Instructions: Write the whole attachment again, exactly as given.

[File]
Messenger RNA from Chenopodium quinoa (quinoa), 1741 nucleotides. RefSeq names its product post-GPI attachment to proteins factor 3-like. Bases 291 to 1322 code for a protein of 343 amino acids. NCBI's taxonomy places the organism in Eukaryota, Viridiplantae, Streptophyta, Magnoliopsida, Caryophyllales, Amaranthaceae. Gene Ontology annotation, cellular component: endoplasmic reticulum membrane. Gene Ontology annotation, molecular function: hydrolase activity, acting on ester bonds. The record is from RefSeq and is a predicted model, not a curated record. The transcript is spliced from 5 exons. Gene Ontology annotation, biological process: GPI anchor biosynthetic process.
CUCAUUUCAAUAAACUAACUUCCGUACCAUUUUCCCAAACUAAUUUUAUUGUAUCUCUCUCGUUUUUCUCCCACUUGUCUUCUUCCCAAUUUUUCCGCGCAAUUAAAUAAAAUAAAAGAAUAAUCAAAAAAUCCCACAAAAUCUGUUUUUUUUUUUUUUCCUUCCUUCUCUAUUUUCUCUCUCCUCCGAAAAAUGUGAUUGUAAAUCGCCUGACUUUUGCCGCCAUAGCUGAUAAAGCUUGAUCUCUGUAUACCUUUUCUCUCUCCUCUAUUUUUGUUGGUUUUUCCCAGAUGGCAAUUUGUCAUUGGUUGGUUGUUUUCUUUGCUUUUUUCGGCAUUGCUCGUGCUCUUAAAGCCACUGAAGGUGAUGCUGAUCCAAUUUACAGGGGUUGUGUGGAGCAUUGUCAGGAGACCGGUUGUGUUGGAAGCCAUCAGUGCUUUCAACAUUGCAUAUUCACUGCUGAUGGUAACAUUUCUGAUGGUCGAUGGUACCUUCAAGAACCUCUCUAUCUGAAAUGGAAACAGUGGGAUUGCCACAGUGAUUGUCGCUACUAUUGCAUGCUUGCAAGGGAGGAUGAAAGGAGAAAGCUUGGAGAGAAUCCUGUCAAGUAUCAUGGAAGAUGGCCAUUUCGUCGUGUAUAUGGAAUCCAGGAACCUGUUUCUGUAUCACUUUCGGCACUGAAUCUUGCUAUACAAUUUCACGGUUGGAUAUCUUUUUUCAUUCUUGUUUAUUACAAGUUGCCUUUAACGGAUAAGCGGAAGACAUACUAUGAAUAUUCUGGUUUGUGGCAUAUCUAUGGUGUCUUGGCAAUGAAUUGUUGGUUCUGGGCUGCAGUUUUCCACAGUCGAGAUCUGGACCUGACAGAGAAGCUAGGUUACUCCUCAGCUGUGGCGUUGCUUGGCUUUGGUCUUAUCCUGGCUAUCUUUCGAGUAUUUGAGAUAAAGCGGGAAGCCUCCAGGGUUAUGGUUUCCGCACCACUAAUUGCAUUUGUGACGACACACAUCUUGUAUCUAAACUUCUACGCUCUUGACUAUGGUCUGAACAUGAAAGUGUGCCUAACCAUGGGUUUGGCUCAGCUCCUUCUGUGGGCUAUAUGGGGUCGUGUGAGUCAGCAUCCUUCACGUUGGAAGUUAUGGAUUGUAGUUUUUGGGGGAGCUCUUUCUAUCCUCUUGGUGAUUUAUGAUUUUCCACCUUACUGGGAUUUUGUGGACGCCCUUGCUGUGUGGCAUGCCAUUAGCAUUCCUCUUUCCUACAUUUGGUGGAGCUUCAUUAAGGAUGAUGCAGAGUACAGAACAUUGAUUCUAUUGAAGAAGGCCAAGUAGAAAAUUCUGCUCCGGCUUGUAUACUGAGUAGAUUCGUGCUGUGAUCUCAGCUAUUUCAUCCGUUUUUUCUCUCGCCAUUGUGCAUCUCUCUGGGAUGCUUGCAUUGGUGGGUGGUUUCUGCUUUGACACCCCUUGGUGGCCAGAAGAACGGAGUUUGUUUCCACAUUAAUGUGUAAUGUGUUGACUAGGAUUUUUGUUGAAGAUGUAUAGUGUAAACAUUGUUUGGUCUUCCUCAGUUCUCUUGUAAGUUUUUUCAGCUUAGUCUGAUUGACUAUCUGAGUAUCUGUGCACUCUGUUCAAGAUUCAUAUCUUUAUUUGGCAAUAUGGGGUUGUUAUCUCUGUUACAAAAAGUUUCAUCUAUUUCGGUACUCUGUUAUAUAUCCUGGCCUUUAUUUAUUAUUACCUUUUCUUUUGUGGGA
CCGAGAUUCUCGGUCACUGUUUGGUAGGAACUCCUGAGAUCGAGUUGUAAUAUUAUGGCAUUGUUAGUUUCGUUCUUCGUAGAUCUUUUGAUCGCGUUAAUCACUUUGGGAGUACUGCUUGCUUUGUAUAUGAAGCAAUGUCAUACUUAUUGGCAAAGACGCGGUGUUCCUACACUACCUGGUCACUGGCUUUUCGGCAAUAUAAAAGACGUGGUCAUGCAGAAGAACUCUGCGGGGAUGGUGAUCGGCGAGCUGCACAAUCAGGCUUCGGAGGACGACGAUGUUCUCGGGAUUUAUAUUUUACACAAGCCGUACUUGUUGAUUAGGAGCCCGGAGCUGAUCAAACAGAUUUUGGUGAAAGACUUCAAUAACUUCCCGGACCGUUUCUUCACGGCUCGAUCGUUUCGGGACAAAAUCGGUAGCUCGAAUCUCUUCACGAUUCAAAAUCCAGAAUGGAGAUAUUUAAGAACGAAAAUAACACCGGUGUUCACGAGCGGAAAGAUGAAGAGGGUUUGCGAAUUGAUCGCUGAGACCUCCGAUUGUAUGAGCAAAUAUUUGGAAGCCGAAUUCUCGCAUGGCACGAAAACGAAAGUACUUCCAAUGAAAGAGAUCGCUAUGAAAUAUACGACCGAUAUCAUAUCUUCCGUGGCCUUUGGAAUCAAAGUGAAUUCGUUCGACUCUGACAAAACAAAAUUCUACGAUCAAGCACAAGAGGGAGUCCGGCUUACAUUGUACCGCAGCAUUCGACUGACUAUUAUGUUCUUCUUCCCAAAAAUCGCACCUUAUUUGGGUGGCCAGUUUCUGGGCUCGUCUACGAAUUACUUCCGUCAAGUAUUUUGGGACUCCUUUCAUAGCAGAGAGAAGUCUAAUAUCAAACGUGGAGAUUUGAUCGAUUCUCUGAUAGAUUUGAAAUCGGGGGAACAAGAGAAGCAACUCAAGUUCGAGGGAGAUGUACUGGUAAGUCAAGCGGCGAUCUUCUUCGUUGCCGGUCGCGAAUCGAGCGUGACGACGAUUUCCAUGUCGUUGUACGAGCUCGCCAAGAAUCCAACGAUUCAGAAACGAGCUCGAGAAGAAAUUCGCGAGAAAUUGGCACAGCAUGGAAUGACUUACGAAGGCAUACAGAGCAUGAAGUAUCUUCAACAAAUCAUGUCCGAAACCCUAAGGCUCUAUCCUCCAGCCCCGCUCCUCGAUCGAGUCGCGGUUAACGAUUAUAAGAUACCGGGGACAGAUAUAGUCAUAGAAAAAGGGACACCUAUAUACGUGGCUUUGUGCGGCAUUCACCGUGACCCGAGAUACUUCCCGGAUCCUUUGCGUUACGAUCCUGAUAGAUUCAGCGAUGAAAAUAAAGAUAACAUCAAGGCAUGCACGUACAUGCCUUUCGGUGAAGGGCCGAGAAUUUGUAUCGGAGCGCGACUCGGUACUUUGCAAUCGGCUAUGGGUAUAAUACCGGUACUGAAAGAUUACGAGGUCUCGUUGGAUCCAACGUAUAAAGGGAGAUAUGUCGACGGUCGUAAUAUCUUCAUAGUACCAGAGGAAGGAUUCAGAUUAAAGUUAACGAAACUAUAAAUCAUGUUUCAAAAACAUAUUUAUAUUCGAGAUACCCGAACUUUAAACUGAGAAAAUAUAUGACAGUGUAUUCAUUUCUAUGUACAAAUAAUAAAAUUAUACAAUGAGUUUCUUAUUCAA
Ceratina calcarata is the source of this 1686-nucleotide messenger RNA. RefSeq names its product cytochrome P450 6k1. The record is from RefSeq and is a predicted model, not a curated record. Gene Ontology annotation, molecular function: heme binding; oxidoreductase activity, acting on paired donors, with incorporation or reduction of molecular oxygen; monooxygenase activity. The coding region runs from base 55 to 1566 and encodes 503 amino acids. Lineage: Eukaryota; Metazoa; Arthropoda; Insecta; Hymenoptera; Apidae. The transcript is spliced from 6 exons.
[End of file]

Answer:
Messenger RNA from Chenopodium quinoa (quinoa), 1741 nucleotides. RefSeq names its product post-GPI attachment to proteins factor 3-like. Bases 291 to 1322 code for a protein of 343 amino acids. NCBI's taxonomy places the organism in Eukaryota, Viridiplantae, Streptophyta, Magnoliopsida, Caryophyllales, Amaranthaceae. Gene Ontology annotation, cellular component: endoplasmic reticulum membrane. Gene Ontology annotation, molecular function: hydrolase activity, acting on ester bonds. The record is from RefSeq and is a predicted model, not a curated record. The transcript is spliced from 5 exons. Gene Ontology annotation, biological process: GPI anchor biosynthetic process.
CUCAUUUCAAUAAACUAACUUCCGUACCAUUUUCCCAAACUAAUUUUAUUGUAUCUCUCUCGUUUUUCUCCCACUUGUCUUCUUCCCAAUUUUUCCGCGCAAUUAAAUAAAAUAAAAGAAUAAUCAAAAAAUCCCACAAAAUCUGUUUUUUUUUUUUUUCCUUCCUUCUCUAUUUUCUCUCUCCUCCGAAAAAUGUGAUUGUAAAUCGCCUGACUUUUGCCGCCAUAGCUGAUAAAGCUUGAUCUCUGUAUACCUUUUCUCUCUCCUCUAUUUUUGUUGGUUUUUCCCAGAUGGCAAUUUGUCAUUGGUUGGUUGUUUUCUUUGCUUUUUUCGGCAUUGCUCGUGCUCUUAAAGCCACUGAAGGUGAUGCUGAUCCAAUUUACAGGGGUUGUGUGGAGCAUUGUCAGGAGACCGGUUGUGUUGGAAGCCAUCAGUGCUUUCAACAUUGCAUAUUCACUGCUGAUGGUAACAUUUCUGAUGGUCGAUGGUACCUUCAAGAACCUCUCUAUCUGAAAUGGAAACAGUGGGAUUGCCACAGUGAUUGUCGCUACUAUUGCAUGCUUGCAAGGGAGGAUGAAAGGAGAAAGCUUGGAGAGAAUCCUGUCAAGUAUCAUGGAAGAUGGCCAUUUCGUCGUGUAUAUGGAAUCCAGGAACCUGUUUCUGUAUCACUUUCGGCACUGAAUCUUGCUAUACAAUUUCACGGUUGGAUAUCUUUUUUCAUUCUUGUUUAUUACAAGUUGCCUUUAACGGAUAAGCGGAAGACAUACUAUGAAUAUUCUGGUUUGUGGCAUAUCUAUGGUGUCUUGGCAAUGAAUUGUUGGUUCUGGGCUGCAGUUUUCCACAGUCGAGAUCUGGACCUGACAGAGAAGCUAGGUUACUCCUCAGCUGUGGCGUUGCUUGGCUUUGGUCUUAUCCUGGCUAUCUUUCGAGUAUUUGAGAUAAAGCGGGAAGCCUCCAGGGUUAUGGUUUCCGCACCACUAAUUGCAUUUGUGACGACACACAUCUUGUAUCUAAACUUCUACGCUCUUGACUAUGGUCUGAACAUGAAAGUGUGCCUAACCAUGGGUUUGGCUCAGCUCCUUCUGUGGGCUAUAUGGGGUCGUGUGAGUCAGCAUCCUUCACGUUGGAAGUUAUGGAUUGUAGUUUUUGGGGGAGCUCUUUCUAUCCUCUUGGUGAUUUAUGAUUUUCCACCUUACUGGGAUUUUGUGGACGCCCUUGCUGUGUGGCAUGCCAUUAGCAUUCCUCUUUCCUACAUUUGGUGGAGCUUCAUUAAGGAUGAUGCAGAGUACAGAACAUUGAUUCUAUUGAAGAAGGCCAAGUAGAAAAUUCUGCUCCGGCUUGUAUACUGAGUAGAUUCGUGCUGUGAUCUCAGCUAUUUCAUCCGUUUUUUCUCUCGCCAUUGUGCAUCUCUCUGGGAUGCUUGCAUUGGUGGGUGGUUUCUGCUUUGACACCCCUUGGUGGCCAGAAGAACGGAGUUUGUUUCCACAUUAAUGUGUAAUGUGUUGACUAGGAUUUUUGUUGAAGAUGUAUAGUGUAAACAUUGUUUGGUCUUCCUCAGUUCUCUUGUAAGUUUUUUCAGCUUAGUCUGAUUGACUAUCUGAGUAUCUGUGCACUCUGUUCAAGAUUCAUAUCUUUAUUUGGCAAUAUGGGGUUGUUAUCUCUGUUACAAAAAGUUUCAUCUAUUUCGGUACUCUGUUAUAUAUCCUGGCCUUUAUUUAUUAUUACCUUUUCUUUUGUGGGA
CCGAGAUUCUCGGUCACUGUUUGGUAGGAACUCCUGAGAUCGAGUUGUAAUAUUAUGGCAUUGUUAGUUUCGUUCUUCGUAGAUCUUUUGAUCGCGUUAAUCACUUUGGGAGUACUGCUUGCUUUGUAUAUGAAGCAAUGUCAUACUUAUUGGCAAAGACGCGGUGUUCCUACACUACCUGGUCACUGGCUUUUCGGCAAUAUAAAAGACGUGGUCAUGCAGAAGAACUCUGCGGGGAUGGUGAUCGGCGAGCUGCACAAUCAGGCUUCGGAGGACGACGAUGUUCUCGGGAUUUAUAUUUUACACAAGCCGUACUUGUUGAUUAGGAGCCCGGAGCUGAUCAAACAGAUUUUGGUGAAAGACUUCAAUAACUUCCCGGACCGUUUCUUCACGGCUCGAUCGUUUCGGGACAAAAUCGGUAGCUCGAAUCUCUUCACGAUUCAAAAUCCAGAAUGGAGAUAUUUAAGAACGAAAAUAACACCGGUGUUCACGAGCGGAAAGAUGAAGAGGGUUUGCGAAUUGAUCGCUGAGACCUCCGAUUGUAUGAGCAAAUAUUUGGAAGCCGAAUUCUCGCAUGGCACGAAAACGAAAGUACUUCCAAUGAAAGAGAUCGCUAUGAAAUAUACGACCGAUAUCAUAUCUUCCGUGGCCUUUGGAAUCAAAGUGAAUUCGUUCGACUCUGACAAAACAAAAUUCUACGAUCAAGCACAAGAGGGAGUCCGGCUUACAUUGUACCGCAGCAUUCGACUGACUAUUAUGUUCUUCUUCCCAAAAAUCGCACCUUAUUUGGGUGGCCAGUUUCUGGGCUCGUCUACGAAUUACUUCCGUCAAGUAUUUUGGGACUCCUUUCAUAGCAGAGAGAAGUCUAAUAUCAAACGUGGAGAUUUGAUCGAUUCUCUGAUAGAUUUGAAAUCGGGGGAACAAGAGAAGCAACUCAAGUUCGAGGGAGAUGUACUGGUAAGUCAAGCGGCGAUCUUCUUCGUUGCCGGUCGCGAAUCGAGCGUGACGACGAUUUCCAUGUCGUUGUACGAGCUCGCCAAGAAUCCAACGAUUCAGAAACGAGCUCGAGAAGAAAUUCGCGAGAAAUUGGCACAGCAUGGAAUGACUUACGAAGGCAUACAGAGCAUGAAGUAUCUUCAACAAAUCAUGUCCGAAACCCUAAGGCUCUAUCCUCCAGCCCCGCUCCUCGAUCGAGUCGCGGUUAACGAUUAUAAGAUACCGGGGACAGAUAUAGUCAUAGAAAAAGGGACACCUAUAUACGUGGCUUUGUGCGGCAUUCACCGUGACCCGAGAUACUUCCCGGAUCCUUUGCGUUACGAUCCUGAUAGAUUCAGCGAUGAAAAUAAAGAUAACAUCAAGGCAUGCACGUACAUGCCUUUCGGUGAAGGGCCGAGAAUUUGUAUCGGAGCGCGACUCGGUACUUUGCAAUCGGCUAUGGGUAUAAUACCGGUACUGAAAGAUUACGAGGUCUCGUUGGAUCCAACGUAUAAAGGGAGAUAUGUCGACGGUCGUAAUAUCUUCAUAGUACCAGAGGAAGGAUUCAGAUUAAAGUUAACGAAACUAUAAAUCAUGUUUCAAAAACAUAUUUAUAUUCGAGAUACCCGAACUUUAAACUGAGAAAAUAUAUGACAGUGUAUUCAUUUCUAUGUACAAAUAAUAAAAUUAUACAAUGAGUUUCUUAUUCAA
Ceratina calcarata is the source of this 1686-nucleotide messenger RNA. RefSeq names its product cytochrome P450 6k1. The record is from RefSeq and is a predicted model, not a curated record. Gene Ontology annotation, molecular function: heme binding; oxidoreductase activity, acting on paired donors, with incorporation or reduction of molecular oxygen; monooxygenase activity. The coding region runs from base 55 to 1566 and encodes 503 amino acids. Lineage: Eukaryota; Metazoa; Arthropoda; Insecta; Hymenoptera; Apidae. The transcript is spliced from 6 exons.